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Once diverse, Kashmir is now valley of Muslims

By Scott BaldaufStaff writer of The Christian Science Monitor / October 22, 2002



SRINAGAR, INDIAN KASHMIR

Javed's parents always talk about what Kashmir used to be – a land where Hindus and Muslims were friends, celebrated holidays and weddings together, ate each other's food.

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But Javed, a high school student here, says his parents might as well be describing life on the moon. He was 3 when a violent insurgency against Indian control tore apart the state, causing Hindus to flee by the hundreds of thousands. He has never had a Hindu teacher or friend, never tasted Hindu food.

"The terrorist activities have destroyed our culture," says Javed, who prefers not to give his last name. "When the Hindu Pandits left the valley, we lost a part of ourselves."

Yesterday, India announced that it will begin pulling back troops from the Pakistan border in eight to 10 days. But while politicians and diplomats search for ways to end the 13-year insurgency – considering everything from state autonomy to joint control by India and Pakistan – Kashmiris themselves are in the midst of a profound social change. The migration of most of the state's Hindus has turned a once-cosmopolitan society of Hindus and Muslims, Sikhs and Buddhists, into an Islamic monoculture.

Now, experts worry that an entire generation will grow up never having experienced Kashmiriyat – the thousands- year-old concept of cultural unity through diversity – and in a fundamental way, India will have already lost Kashmir.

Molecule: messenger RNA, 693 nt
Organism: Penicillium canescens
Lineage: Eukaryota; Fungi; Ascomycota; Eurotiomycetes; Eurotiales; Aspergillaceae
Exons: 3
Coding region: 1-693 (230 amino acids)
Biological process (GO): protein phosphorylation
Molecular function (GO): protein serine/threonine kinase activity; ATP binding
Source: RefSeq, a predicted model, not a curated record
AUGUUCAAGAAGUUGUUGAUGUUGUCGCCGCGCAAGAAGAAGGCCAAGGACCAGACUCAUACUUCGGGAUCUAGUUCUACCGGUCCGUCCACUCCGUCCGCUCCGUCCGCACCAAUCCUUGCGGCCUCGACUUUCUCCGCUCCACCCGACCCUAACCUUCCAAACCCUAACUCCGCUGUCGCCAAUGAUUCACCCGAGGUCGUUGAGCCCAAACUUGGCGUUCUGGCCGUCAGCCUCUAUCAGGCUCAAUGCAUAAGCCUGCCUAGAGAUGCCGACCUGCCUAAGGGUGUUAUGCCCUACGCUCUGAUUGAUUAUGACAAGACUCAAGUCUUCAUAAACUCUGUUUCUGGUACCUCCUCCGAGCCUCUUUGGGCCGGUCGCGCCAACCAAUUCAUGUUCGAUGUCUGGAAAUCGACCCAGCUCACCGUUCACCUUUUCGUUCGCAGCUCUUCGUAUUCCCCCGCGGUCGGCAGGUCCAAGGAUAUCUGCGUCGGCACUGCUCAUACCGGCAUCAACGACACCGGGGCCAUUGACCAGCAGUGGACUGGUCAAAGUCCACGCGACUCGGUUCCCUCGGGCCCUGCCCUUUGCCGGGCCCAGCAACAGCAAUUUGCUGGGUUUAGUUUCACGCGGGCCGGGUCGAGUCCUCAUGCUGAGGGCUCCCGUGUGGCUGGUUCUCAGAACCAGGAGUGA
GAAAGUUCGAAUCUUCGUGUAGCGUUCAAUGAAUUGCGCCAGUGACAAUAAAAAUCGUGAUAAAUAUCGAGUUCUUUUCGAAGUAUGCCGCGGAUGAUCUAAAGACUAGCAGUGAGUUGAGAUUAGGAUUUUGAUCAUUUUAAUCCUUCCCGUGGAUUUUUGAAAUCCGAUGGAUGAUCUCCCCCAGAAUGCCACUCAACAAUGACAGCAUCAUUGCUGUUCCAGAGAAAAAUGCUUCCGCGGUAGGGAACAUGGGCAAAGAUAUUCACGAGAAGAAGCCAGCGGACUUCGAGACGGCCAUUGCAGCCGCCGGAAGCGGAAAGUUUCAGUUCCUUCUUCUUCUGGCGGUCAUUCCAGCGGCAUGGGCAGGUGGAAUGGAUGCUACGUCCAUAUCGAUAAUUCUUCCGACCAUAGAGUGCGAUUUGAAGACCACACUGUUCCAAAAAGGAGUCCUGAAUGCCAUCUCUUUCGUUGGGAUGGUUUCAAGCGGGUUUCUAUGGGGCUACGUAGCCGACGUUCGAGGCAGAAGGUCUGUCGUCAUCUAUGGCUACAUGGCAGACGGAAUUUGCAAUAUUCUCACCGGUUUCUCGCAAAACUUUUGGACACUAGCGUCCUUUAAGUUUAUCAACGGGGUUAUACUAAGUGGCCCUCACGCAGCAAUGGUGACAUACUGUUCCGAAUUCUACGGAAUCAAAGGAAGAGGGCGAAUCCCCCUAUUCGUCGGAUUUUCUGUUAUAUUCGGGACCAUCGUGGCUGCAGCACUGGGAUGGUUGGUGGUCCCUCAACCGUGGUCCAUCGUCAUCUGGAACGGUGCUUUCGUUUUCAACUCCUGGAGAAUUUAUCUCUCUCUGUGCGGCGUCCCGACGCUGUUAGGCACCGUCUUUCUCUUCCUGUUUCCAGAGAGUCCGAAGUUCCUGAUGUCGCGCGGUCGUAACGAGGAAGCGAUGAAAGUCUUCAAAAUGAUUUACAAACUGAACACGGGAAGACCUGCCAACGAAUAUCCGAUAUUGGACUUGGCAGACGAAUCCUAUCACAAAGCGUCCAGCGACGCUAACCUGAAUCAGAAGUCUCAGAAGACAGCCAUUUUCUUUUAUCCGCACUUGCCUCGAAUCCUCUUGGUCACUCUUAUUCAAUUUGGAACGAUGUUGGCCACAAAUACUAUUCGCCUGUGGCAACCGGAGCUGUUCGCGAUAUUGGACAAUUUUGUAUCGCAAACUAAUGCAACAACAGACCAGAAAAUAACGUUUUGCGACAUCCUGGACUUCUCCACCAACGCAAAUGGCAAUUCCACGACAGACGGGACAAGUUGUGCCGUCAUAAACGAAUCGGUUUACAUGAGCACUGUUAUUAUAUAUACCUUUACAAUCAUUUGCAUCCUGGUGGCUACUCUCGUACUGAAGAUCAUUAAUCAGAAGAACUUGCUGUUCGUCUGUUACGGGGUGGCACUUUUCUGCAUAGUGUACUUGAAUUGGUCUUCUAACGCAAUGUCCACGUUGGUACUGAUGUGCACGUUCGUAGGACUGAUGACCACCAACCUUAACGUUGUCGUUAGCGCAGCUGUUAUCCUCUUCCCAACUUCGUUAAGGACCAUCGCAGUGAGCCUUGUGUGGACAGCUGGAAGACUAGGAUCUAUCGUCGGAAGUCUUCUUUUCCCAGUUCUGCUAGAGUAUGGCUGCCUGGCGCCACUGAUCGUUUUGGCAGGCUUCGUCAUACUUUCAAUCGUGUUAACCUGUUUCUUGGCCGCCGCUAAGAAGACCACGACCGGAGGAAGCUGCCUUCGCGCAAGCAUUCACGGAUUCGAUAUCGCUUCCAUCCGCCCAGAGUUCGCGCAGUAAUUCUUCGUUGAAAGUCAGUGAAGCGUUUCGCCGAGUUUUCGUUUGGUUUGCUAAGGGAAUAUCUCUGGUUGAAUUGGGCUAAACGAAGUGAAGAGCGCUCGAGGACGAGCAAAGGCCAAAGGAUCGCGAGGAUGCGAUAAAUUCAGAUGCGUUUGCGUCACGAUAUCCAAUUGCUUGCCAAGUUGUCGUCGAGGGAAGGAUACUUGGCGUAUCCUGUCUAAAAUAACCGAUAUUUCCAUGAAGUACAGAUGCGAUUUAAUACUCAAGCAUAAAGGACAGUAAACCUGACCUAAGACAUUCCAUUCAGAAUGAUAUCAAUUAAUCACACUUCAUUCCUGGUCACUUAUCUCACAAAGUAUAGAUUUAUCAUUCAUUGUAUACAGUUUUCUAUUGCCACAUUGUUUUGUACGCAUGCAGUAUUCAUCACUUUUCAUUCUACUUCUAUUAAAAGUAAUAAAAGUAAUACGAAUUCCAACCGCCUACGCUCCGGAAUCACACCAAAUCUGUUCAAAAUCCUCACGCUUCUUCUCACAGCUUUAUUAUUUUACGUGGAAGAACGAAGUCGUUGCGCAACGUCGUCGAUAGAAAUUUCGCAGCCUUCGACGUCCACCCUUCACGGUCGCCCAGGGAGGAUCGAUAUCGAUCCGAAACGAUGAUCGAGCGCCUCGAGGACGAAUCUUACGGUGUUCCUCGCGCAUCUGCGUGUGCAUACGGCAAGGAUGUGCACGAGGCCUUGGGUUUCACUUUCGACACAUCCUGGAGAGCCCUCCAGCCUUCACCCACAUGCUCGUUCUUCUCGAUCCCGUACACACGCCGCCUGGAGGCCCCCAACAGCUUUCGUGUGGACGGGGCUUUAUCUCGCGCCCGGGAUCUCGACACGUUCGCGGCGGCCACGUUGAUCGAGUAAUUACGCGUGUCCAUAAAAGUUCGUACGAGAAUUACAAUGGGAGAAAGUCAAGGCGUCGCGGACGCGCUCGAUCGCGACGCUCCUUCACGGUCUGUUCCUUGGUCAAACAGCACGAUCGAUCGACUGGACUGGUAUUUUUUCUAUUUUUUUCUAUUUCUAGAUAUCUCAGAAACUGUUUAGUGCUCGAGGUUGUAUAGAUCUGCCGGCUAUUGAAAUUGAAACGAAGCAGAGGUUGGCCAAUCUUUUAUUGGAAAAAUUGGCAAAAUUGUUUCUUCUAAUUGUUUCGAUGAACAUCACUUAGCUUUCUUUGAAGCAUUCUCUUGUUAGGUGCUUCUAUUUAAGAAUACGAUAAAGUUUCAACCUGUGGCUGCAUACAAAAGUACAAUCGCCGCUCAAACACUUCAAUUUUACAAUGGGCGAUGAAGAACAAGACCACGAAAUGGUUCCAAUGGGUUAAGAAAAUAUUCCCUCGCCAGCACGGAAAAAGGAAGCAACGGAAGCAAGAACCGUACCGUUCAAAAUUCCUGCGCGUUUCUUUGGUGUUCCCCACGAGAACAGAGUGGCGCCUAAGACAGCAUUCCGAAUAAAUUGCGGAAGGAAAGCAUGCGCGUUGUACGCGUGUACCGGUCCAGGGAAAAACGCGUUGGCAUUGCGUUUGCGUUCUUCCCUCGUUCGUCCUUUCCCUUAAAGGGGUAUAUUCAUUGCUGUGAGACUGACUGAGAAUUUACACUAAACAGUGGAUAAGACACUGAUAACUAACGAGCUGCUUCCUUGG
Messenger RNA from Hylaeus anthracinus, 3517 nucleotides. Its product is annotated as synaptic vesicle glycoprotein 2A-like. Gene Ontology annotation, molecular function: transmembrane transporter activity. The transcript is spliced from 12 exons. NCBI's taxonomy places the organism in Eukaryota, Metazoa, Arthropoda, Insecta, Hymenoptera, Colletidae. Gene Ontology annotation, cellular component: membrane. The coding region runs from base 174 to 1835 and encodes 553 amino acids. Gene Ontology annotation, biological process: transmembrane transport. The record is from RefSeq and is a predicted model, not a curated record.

"Kashmiriyat as a collective presence is either dead or dying, and to revive this sense of togetherness is the biggest challenge, a bigger challenge than fighting terrorism," says Amitabh Mattoo, a political scientist at Jawaharlal Nehru University in New Delhi.

Altered classrooms

The Hindu vacuum is felt most profoundly in the state's public and private schools, where children of Kashmir's many cultures once mingled. Before 1989, Kashmir's small but influential community of Pandits – a caste of Hindus whose name means teacher – occupied 20 percent of white-collar jobs. They had an especially large presence in education – 60 percent of all the region's teachers were Hindus.

But when the insurgency broke out in 1989, sparked by a rigged election that kept Muslim separatists out of office, posters appeared in Pandit neighborhoods accusing Hindus of collaboration with the Indian government and threatening their lives if they didn't leave the state. Pandits fled by the hundreds of thousands, some to the southern Jammu region and others to Delhi and beyond.

Today, qualified Muslim teachers have replaced Pandits in public schools. But a few hundred private religious schools, some of them owned by promilitant groups such as Jamaat-e Islami, have also sprung up. Out of 900,000 students statewide, perhaps 200,000 students attend Islamic private schools full time.

Even some separatist leaders say they have noticed a dramatic change in the mind-set of Kashmir's young people – not necessarily because of the influence of religious schools, but because of the absence of diversity both in the classroom and outside it.

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